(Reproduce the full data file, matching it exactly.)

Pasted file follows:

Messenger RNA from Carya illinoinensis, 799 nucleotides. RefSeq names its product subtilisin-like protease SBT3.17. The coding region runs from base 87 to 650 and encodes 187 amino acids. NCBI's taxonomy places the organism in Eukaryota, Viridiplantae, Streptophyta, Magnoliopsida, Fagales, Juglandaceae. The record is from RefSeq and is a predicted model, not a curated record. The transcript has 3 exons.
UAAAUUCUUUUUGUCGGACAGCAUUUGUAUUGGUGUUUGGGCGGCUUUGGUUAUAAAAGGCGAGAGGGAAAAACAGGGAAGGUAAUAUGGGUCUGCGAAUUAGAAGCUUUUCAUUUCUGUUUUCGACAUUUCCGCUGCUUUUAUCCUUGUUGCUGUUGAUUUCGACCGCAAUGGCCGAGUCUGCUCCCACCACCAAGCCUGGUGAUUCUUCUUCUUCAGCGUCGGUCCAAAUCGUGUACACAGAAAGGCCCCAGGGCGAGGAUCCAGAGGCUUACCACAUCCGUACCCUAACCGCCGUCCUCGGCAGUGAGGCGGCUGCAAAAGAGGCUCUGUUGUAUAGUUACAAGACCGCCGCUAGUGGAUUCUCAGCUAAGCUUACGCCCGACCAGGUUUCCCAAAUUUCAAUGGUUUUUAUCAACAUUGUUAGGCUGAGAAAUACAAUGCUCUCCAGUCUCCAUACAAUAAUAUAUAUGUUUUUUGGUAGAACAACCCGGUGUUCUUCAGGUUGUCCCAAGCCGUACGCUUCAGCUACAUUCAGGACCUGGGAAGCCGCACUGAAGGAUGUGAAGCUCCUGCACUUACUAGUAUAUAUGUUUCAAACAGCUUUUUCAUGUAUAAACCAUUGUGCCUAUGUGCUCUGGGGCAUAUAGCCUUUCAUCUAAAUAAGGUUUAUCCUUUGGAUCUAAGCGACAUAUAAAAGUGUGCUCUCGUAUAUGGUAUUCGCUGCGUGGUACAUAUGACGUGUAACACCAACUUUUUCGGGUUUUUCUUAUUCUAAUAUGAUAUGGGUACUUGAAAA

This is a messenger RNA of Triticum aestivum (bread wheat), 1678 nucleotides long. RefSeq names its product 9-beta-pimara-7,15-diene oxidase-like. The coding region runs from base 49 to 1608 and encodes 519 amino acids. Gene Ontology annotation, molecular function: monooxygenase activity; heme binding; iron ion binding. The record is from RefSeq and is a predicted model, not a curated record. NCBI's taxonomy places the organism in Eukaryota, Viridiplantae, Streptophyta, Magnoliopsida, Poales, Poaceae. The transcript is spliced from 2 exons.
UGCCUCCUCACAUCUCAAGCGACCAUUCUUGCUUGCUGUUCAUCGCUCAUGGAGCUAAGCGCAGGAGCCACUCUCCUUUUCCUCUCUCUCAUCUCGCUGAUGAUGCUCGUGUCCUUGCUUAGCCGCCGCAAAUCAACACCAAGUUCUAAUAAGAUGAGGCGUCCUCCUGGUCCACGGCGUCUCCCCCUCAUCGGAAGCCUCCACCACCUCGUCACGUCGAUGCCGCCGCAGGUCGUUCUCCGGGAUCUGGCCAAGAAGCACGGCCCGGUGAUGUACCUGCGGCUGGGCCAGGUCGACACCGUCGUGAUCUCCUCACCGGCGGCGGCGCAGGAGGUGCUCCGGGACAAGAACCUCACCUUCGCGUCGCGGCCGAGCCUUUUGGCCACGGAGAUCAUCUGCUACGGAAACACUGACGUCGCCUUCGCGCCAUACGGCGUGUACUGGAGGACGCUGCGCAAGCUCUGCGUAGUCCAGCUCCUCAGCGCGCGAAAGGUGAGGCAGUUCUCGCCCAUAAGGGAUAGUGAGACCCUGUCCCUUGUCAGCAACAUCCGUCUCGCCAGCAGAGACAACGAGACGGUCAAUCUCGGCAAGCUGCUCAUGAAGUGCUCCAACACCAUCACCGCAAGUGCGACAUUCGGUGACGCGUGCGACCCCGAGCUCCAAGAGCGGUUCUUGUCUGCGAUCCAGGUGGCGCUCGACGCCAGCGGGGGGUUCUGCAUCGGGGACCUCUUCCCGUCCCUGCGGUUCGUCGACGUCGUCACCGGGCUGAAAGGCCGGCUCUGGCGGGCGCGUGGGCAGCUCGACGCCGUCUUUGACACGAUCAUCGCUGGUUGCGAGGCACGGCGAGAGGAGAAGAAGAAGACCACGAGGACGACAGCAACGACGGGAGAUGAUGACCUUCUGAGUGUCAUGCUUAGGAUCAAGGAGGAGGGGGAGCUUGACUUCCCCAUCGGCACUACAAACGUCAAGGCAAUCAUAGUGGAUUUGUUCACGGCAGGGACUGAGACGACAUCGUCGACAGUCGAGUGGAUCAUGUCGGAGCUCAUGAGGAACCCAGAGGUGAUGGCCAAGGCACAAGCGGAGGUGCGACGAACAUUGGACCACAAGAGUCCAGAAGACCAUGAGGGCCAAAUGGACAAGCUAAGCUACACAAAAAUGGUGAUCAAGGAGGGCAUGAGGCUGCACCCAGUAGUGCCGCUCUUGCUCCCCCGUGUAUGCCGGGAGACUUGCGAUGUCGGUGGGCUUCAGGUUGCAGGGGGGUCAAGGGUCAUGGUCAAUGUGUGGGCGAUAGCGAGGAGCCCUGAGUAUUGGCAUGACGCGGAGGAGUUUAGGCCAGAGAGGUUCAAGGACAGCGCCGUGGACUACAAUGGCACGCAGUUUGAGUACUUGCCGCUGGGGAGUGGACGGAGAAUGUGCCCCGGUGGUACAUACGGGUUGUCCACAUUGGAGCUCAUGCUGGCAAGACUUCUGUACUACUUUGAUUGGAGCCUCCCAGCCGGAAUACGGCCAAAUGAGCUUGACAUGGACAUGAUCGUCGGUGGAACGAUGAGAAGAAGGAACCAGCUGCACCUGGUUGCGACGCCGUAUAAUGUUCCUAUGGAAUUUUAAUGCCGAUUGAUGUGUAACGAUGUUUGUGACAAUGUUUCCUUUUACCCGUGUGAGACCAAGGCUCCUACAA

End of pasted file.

Messenger RNA from Carya illinoinensis, 799 nucleotides. RefSeq names its product subtilisin-like protease SBT3.17. The coding region runs from base 87 to 650 and encodes 187 amino acids. NCBI's taxonomy places the organism in Eukaryota, Viridiplantae, Streptophyta, Magnoliopsida, Fagales, Juglandaceae. The record is from RefSeq and is a predicted model, not a curated record. The transcript has 3 exons.
UAAAUUCUUUUUGUCGGACAGCAUUUGUAUUGGUGUUUGGGCGGCUUUGGUUAUAAAAGGCGAGAGGGAAAAACAGGGAAGGUAAUAUGGGUCUGCGAAUUAGAAGCUUUUCAUUUCUGUUUUCGACAUUUCCGCUGCUUUUAUCCUUGUUGCUGUUGAUUUCGACCGCAAUGGCCGAGUCUGCUCCCACCACCAAGCCUGGUGAUUCUUCUUCUUCAGCGUCGGUCCAAAUCGUGUACACAGAAAGGCCCCAGGGCGAGGAUCCAGAGGCUUACCACAUCCGUACCCUAACCGCCGUCCUCGGCAGUGAGGCGGCUGCAAAAGAGGCUCUGUUGUAUAGUUACAAGACCGCCGCUAGUGGAUUCUCAGCUAAGCUUACGCCCGACCAGGUUUCCCAAAUUUCAAUGGUUUUUAUCAACAUUGUUAGGCUGAGAAAUACAAUGCUCUCCAGUCUCCAUACAAUAAUAUAUAUGUUUUUUGGUAGAACAACCCGGUGUUCUUCAGGUUGUCCCAAGCCGUACGCUUCAGCUACAUUCAGGACCUGGGAAGCCGCACUGAAGGAUGUGAAGCUCCUGCACUUACUAGUAUAUAUGUUUCAAACAGCUUUUUCAUGUAUAAACCAUUGUGCCUAUGUGCUCUGGGGCAUAUAGCCUUUCAUCUAAAUAAGGUUUAUCCUUUGGAUCUAAGCGACAUAUAAAAGUGUGCUCUCGUAUAUGGUAUUCGCUGCGUGGUACAUAUGACGUGUAACACCAACUUUUUCGGGUUUUUCUUAUUCUAAUAUGAUAUGGGUACUUGAAAA

This is a messenger RNA of Triticum aestivum (bread wheat), 1678 nucleotides long. RefSeq names its product 9-beta-pimara-7,15-diene oxidase-like. The coding region runs from base 49 to 1608 and encodes 519 amino acids. Gene Ontology annotation, molecular function: monooxygenase activity; heme binding; iron ion binding. The record is from RefSeq and is a predicted model, not a curated record. NCBI's taxonomy places the organism in Eukaryota, Viridiplantae, Streptophyta, Magnoliopsida, Poales, Poaceae. The transcript is spliced from 2 exons.
UGCCUCCUCACAUCUCAAGCGACCAUUCUUGCUUGCUGUUCAUCGCUCAUGGAGCUAAGCGCAGGAGCCACUCUCCUUUUCCUCUCUCUCAUCUCGCUGAUGAUGCUCGUGUCCUUGCUUAGCCGCCGCAAAUCAACACCAAGUUCUAAUAAGAUGAGGCGUCCUCCUGGUCCACGGCGUCUCCCCCUCAUCGGAAGCCUCCACCACCUCGUCACGUCGAUGCCGCCGCAGGUCGUUCUCCGGGAUCUGGCCAAGAAGCACGGCCCGGUGAUGUACCUGCGGCUGGGCCAGGUCGACACCGUCGUGAUCUCCUCACCGGCGGCGGCGCAGGAGGUGCUCCGGGACAAGAACCUCACCUUCGCGUCGCGGCCGAGCCUUUUGGCCACGGAGAUCAUCUGCUACGGAAACACUGACGUCGCCUUCGCGCCAUACGGCGUGUACUGGAGGACGCUGCGCAAGCUCUGCGUAGUCCAGCUCCUCAGCGCGCGAAAGGUGAGGCAGUUCUCGCCCAUAAGGGAUAGUGAGACCCUGUCCCUUGUCAGCAACAUCCGUCUCGCCAGCAGAGACAACGAGACGGUCAAUCUCGGCAAGCUGCUCAUGAAGUGCUCCAACACCAUCACCGCAAGUGCGACAUUCGGUGACGCGUGCGACCCCGAGCUCCAAGAGCGGUUCUUGUCUGCGAUCCAGGUGGCGCUCGACGCCAGCGGGGGGUUCUGCAUCGGGGACCUCUUCCCGUCCCUGCGGUUCGUCGACGUCGUCACCGGGCUGAAAGGCCGGCUCUGGCGGGCGCGUGGGCAGCUCGACGCCGUCUUUGACACGAUCAUCGCUGGUUGCGAGGCACGGCGAGAGGAGAAGAAGAAGACCACGAGGACGACAGCAACGACGGGAGAUGAUGACCUUCUGAGUGUCAUGCUUAGGAUCAAGGAGGAGGGGGAGCUUGACUUCCCCAUCGGCACUACAAACGUCAAGGCAAUCAUAGUGGAUUUGUUCACGGCAGGGACUGAGACGACAUCGUCGACAGUCGAGUGGAUCAUGUCGGAGCUCAUGAGGAACCCAGAGGUGAUGGCCAAGGCACAAGCGGAGGUGCGACGAACAUUGGACCACAAGAGUCCAGAAGACCAUGAGGGCCAAAUGGACAAGCUAAGCUACACAAAAAUGGUGAUCAAGGAGGGCAUGAGGCUGCACCCAGUAGUGCCGCUCUUGCUCCCCCGUGUAUGCCGGGAGACUUGCGAUGUCGGUGGGCUUCAGGUUGCAGGGGGGUCAAGGGUCAUGGUCAAUGUGUGGGCGAUAGCGAGGAGCCCUGAGUAUUGGCAUGACGCGGAGGAGUUUAGGCCAGAGAGGUUCAAGGACAGCGCCGUGGACUACAAUGGCACGCAGUUUGAGUACUUGCCGCUGGGGAGUGGACGGAGAAUGUGCCCCGGUGGUACAUACGGGUUGUCCACAUUGGAGCUCAUGCUGGCAAGACUUCUGUACUACUUUGAUUGGAGCCUCCCAGCCGGAAUACGGCCAAAUGAGCUUGACAUGGACAUGAUCGUCGGUGGAACGAUGAGAAGAAGGAACCAGCUGCACCUGGUUGCGACGCCGUAUAAUGUUCCUAUGGAAUUUUAAUGCCGAUUGAUGUGUAACGAUGUUUGUGACAAUGUUUCCUUUUACCCGUGUGAGACCAAGGCUCCUACAA